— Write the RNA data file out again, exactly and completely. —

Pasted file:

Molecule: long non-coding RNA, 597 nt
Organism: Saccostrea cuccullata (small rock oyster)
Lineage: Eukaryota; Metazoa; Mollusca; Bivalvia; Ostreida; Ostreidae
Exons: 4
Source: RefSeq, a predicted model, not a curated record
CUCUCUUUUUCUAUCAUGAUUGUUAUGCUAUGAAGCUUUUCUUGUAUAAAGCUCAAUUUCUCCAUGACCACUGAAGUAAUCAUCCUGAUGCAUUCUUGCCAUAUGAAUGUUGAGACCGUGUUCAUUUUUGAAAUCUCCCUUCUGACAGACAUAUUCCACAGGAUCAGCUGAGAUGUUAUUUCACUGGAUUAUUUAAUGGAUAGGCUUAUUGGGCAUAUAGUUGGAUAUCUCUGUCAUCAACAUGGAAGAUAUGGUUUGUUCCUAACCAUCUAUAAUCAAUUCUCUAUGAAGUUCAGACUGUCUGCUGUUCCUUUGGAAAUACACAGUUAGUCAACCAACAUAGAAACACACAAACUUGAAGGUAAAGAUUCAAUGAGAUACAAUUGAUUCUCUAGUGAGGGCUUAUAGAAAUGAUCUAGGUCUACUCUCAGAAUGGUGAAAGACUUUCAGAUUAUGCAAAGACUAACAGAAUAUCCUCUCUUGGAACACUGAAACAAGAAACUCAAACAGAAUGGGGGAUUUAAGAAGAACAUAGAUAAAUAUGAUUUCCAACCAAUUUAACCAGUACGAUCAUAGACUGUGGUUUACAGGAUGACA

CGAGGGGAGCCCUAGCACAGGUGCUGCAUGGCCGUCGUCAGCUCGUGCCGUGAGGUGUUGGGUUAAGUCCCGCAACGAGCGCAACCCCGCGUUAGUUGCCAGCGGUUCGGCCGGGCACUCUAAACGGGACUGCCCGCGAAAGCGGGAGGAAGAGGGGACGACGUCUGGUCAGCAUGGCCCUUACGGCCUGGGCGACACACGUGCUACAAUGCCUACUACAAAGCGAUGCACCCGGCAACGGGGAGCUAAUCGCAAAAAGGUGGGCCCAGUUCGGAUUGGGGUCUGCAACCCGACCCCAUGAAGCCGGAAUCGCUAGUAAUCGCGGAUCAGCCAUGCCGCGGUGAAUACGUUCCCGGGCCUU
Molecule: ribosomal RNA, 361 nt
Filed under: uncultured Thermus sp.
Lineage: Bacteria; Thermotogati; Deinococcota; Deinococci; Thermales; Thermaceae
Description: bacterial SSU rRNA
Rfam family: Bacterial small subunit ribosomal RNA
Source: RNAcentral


Molecule: long non-coding RNA, 597 nt
Organism: Saccostrea cuccullata (small rock oyster)
Lineage: Eukaryota; Metazoa; Mollusca; Bivalvia; Ostreida; Ostreidae
Exons: 4
Source: RefSeq, a predicted model, not a curated record
CUCUCUUUUUCUAUCAUGAUUGUUAUGCUAUGAAGCUUUUCUUGUAUAAAGCUCAAUUUCUCCAUGACCACUGAAGUAAUCAUCCUGAUGCAUUCUUGCCAUAUGAAUGUUGAGACCGUGUUCAUUUUUGAAAUCUCCCUUCUGACAGACAUAUUCCACAGGAUCAGCUGAGAUGUUAUUUCACUGGAUUAUUUAAUGGAUAGGCUUAUUGGGCAUAUAGUUGGAUAUCUCUGUCAUCAACAUGGAAGAUAUGGUUUGUUCCUAACCAUCUAUAAUCAAUUCUCUAUGAAGUUCAGACUGUCUGCUGUUCCUUUGGAAAUACACAGUUAGUCAACCAACAUAGAAACACACAAACUUGAAGGUAAAGAUUCAAUGAGAUACAAUUGAUUCUCUAGUGAGGGCUUAUAGAAAUGAUCUAGGUCUACUCUCAGAAUGGUGAAAGACUUUCAGAUUAUGCAAAGACUAACAGAAUAUCCUCUCUUGGAACACUGAAACAAGAAACUCAAACAGAAUGGGGGAUUUAAGAAGAACAUAGAUAAAUAUGAUUUCCAACCAAUUUAACCAGUACGAUCAUAGACUGUGGUUUACAGGAUGACA

CGAGGGGAGCCCUAGCACAGGUGCUGCAUGGCCGUCGUCAGCUCGUGCCGUGAGGUGUUGGGUUAAGUCCCGCAACGAGCGCAACCCCGCGUUAGUUGCCAGCGGUUCGGCCGGGCACUCUAAACGGGACUGCCCGCGAAAGCGGGAGGAAGAGGGGACGACGUCUGGUCAGCAUGGCCCUUACGGCCUGGGCGACACACGUGCUACAAUGCCUACUACAAAGCGAUGCACCCGGCAACGGGGAGCUAAUCGCAAAAAGGUGGGCCCAGUUCGGAUUGGGGUCUGCAACCCGACCCCAUGAAGCCGGAAUCGCUAGUAAUCGCGGAUCAGCCAUGCCGCGGUGAAUACGUUCCCGGGCCUU
Molecule: ribosomal RNA, 361 nt
Filed under: uncultured Thermus sp.
Lineage: Bacteria; Thermotogati; Deinococcota; Deinococci; Thermales; Thermaceae
Description: bacterial SSU rRNA
Rfam family: Bacterial small subunit ribosomal RNA
Source: RNAcentral